A proposal that all members of Shetland Charitable Trust should be elected was agreed unanimously at today’s biannual meeting of the Association of Shetland Community Councils (ASCC).
The meeting also agreed that other trust members could be co-opted for certain periods of time where necessary.
Members had before them a discussion paper written by current charitable trustee Jonathan Wills, who proposes that the 15-strong trust be comprised of eight elected members and seven appointed trustees.
Candidates standing for election would require to be nominated by at least five registered Shetland electors and voting would be by a postal ballot of all registered electors, Dr Wills proposed.
Using his method no canvassing or advertising would be permitted but in the official election circular, sent out with the ballot paper, candidates would be allocated space for a photo and 400 words describing the skills, experience and ideas they would bring to the trust.
Chairman Jim Gear said the ASCC’s view previously was that all charitable trust members should be elected.
John Hunter, representing Scalloway Community Council, said: “I couldn’t disagree with that. The charitable trust wields a lot of power and you want the public to be responsible for elections.”
Mr Hunter’s motion was seconded by Lerwick representative Averil Simpson.
Vice-chairman Jim Anderson said there would need to be “a facility to co-opt people for a specific period of time whatever that may be”. For instance certain projects would require specialist input.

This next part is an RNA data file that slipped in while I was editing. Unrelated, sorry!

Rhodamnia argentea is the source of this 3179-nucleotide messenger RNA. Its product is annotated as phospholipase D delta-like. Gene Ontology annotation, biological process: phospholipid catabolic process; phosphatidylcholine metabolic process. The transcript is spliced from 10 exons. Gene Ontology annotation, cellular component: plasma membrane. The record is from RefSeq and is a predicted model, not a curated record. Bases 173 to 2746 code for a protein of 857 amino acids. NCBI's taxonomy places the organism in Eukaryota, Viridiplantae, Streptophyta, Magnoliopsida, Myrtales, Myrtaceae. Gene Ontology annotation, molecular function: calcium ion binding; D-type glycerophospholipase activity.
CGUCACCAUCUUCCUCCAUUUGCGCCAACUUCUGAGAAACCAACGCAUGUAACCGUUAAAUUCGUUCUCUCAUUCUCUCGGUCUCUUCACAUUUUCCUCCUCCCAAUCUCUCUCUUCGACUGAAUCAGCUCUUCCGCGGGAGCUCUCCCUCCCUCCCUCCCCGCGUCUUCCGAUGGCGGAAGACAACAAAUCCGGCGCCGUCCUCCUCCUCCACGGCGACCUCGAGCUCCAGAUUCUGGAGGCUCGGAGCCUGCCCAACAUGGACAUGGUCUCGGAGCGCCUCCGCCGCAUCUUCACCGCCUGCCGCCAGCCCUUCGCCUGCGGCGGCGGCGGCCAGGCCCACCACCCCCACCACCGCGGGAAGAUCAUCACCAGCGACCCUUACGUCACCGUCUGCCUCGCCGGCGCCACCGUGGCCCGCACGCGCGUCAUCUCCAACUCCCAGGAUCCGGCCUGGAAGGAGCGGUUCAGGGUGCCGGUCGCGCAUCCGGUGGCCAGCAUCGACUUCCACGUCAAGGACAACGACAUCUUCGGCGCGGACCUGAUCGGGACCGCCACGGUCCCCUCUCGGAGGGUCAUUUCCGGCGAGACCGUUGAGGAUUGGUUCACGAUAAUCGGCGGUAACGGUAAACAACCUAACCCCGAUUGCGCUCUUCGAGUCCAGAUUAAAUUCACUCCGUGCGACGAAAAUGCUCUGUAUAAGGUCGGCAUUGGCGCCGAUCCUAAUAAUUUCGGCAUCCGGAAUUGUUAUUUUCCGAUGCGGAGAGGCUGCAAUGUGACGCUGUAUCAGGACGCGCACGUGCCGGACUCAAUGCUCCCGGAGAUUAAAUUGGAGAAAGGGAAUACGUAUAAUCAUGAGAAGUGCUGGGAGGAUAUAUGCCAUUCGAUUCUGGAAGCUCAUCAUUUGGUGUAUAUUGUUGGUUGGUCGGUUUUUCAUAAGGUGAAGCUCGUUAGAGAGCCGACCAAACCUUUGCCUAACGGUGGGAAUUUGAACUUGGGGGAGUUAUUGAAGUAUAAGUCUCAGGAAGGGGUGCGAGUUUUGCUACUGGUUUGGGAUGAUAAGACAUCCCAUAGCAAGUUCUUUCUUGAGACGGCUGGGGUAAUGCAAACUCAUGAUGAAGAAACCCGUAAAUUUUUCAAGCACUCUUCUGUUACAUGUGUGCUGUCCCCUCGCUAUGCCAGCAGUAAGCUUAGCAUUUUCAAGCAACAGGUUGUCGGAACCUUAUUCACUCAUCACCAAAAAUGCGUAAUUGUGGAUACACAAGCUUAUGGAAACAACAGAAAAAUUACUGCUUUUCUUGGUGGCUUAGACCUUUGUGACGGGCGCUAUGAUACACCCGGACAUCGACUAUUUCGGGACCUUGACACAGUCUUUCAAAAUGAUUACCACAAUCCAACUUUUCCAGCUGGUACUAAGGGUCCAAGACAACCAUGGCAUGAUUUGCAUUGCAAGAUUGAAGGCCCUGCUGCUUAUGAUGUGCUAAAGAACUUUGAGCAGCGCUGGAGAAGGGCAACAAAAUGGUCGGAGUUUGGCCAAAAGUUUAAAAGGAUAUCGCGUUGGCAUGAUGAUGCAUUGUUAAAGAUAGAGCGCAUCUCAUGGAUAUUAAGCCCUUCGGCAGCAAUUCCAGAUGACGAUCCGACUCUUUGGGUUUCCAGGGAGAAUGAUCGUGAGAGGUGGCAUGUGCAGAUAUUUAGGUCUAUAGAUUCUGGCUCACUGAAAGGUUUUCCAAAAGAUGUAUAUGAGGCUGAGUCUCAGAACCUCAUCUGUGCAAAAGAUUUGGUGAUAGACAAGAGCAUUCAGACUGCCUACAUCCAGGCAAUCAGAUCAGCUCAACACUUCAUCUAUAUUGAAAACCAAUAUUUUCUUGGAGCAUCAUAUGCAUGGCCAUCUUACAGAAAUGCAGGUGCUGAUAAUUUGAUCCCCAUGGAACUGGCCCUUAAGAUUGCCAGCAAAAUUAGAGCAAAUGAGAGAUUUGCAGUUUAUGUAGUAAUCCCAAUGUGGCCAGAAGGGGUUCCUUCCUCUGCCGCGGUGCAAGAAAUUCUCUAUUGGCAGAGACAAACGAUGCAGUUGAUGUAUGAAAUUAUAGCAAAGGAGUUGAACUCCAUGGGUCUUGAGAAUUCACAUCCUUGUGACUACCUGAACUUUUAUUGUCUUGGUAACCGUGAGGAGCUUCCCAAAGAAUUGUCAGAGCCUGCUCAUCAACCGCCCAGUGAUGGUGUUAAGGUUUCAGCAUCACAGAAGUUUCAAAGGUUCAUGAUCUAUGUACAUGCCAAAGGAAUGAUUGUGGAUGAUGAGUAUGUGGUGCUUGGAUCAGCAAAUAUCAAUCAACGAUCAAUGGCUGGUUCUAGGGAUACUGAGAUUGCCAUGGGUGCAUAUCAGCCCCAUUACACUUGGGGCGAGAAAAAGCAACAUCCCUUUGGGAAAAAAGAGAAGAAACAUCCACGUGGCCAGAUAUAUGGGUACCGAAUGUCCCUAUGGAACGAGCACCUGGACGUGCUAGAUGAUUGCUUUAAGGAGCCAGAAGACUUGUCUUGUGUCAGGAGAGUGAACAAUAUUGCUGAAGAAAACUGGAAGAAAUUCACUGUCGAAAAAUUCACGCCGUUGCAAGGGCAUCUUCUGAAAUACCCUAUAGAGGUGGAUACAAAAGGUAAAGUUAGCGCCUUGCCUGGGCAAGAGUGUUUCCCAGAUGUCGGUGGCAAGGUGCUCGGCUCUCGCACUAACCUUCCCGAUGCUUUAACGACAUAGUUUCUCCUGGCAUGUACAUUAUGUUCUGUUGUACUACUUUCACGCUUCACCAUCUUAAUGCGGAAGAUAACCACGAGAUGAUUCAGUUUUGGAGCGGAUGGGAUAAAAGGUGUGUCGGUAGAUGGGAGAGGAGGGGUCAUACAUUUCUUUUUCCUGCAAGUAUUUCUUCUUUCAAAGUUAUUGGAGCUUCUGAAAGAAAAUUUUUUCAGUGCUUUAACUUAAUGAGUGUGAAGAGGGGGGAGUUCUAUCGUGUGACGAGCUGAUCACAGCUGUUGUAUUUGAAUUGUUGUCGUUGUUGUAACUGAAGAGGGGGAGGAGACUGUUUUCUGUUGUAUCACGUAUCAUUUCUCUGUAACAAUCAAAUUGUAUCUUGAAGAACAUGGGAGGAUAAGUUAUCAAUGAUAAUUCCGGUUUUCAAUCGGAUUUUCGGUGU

Mr Hunter said he had no problem with advisers being added whenever necessary. His motion was carried unanimously and the ASCC will now write to the charitable trust pointing out its views.
Following the meeting Democracy for Shetland’s Charitable Trust campaigner Peter Hamilton said it was good that the ASCC had renewed its strong and clear position.
He also called on MSP Tavish Scott to make clear his position on the make-up of the trust.
Mr Hamilton said: “The [ASCC representatives] are accountable and they speak for how folk are feeling across the whole of Shetland. Unfortunately it will be all too easy for OSCR and Shetland Charitable Trust to ignore them, just as the trust ignored our elected councillors when they voted for a return to democratic accountability for the trust.
“The one thing that won’t be ignored is if Shetland were to speak as one on this. Our elected bodies must not be ignored – that an affront to us all – and the person we pay to make sure that does not happen is our local MSP.
“So I very much hope Tavish Scott will choose this time to make his thoughts clear. Hopefully he will back our council and our community councils. Shetland’s political parties might well then back his lead and the trust will then have nowhere to hide.
“We simply can’t have half a dozen folk on our charitable trust acting as a law unto themselves, ignoring public bodies and the folk they are there to serve.”